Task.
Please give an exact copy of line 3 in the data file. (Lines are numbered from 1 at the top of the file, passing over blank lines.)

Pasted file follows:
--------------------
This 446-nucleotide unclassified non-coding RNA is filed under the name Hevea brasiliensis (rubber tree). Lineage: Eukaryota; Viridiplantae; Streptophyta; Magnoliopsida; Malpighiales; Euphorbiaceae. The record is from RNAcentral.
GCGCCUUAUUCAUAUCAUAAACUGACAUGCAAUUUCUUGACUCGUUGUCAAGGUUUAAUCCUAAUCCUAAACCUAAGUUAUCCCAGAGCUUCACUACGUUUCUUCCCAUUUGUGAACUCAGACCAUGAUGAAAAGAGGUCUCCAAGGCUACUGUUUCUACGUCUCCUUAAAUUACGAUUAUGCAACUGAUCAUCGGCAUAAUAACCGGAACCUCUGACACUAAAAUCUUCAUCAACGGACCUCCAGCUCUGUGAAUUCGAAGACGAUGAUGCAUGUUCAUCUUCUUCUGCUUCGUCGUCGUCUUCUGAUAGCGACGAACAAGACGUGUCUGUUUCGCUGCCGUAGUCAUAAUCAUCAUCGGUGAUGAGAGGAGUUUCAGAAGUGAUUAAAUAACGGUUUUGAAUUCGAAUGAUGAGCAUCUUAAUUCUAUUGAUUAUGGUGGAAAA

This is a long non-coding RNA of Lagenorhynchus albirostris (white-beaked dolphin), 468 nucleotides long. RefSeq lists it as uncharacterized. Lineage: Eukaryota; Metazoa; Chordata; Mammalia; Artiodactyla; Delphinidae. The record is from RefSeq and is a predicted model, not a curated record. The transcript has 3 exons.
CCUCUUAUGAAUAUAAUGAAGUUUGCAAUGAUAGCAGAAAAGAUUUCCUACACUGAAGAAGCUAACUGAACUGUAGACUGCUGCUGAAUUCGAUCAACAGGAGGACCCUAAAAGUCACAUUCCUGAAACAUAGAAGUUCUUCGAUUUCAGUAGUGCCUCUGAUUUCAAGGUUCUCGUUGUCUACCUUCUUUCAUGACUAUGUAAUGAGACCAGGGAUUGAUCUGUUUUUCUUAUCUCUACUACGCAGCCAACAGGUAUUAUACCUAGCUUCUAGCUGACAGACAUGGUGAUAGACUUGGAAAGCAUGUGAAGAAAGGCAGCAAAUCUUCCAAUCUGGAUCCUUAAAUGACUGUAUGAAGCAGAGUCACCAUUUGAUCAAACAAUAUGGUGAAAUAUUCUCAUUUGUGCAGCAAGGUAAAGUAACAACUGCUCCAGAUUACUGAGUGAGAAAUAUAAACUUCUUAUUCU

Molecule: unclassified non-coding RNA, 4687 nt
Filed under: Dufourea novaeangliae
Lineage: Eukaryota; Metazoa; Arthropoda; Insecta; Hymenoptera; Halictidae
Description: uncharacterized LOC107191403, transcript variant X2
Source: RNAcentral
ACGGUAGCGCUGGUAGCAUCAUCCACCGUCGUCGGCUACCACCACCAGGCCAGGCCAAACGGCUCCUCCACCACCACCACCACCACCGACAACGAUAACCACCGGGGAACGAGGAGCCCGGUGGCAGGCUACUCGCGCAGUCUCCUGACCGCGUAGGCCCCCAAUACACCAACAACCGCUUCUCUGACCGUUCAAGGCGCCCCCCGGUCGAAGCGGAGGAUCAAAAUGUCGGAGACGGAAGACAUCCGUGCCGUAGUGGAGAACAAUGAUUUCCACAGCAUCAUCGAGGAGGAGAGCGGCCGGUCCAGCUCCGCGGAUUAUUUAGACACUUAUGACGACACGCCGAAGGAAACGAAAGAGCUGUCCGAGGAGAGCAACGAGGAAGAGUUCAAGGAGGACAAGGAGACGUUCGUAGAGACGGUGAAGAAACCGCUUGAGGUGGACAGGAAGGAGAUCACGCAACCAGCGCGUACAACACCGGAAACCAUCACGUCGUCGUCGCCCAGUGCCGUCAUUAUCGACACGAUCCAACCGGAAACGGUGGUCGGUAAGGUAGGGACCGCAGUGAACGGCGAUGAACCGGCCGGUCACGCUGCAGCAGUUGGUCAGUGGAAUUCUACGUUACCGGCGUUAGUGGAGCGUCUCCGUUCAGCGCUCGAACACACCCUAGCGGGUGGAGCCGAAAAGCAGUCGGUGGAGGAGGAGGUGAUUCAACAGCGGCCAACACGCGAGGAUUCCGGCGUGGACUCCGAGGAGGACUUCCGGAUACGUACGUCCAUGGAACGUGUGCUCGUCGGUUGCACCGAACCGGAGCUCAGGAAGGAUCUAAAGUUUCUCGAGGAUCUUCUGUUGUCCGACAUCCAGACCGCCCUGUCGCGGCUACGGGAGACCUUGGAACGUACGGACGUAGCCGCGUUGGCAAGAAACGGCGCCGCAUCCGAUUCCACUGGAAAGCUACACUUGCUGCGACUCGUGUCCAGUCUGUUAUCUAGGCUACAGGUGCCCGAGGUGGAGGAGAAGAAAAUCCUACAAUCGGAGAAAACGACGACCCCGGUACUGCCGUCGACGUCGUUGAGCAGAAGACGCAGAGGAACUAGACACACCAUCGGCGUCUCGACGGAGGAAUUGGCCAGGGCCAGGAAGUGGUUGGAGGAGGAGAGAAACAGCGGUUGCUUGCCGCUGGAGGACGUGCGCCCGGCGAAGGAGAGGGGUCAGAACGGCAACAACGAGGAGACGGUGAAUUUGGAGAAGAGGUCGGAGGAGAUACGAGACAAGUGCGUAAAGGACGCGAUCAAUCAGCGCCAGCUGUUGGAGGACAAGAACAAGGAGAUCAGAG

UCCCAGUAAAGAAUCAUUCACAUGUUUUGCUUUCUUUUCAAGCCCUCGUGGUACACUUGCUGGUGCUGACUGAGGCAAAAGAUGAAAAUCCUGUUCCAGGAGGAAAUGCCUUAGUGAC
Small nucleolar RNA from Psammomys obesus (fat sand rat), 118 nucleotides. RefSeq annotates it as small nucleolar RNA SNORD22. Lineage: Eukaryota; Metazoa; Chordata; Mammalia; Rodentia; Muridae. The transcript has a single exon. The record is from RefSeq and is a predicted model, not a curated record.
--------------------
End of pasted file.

This is a long non-coding RNA of Lagenorhynchus albirostris (white-beaked dolphin), 468 nucleotides long. RefSeq lists it as uncharacterized. Lineage: Eukaryota; Metazoa; Chordata; Mammalia; Artiodactyla; Delphinidae. The record is from RefSeq and is a predicted model, not a curated record. The transcript has 3 exons.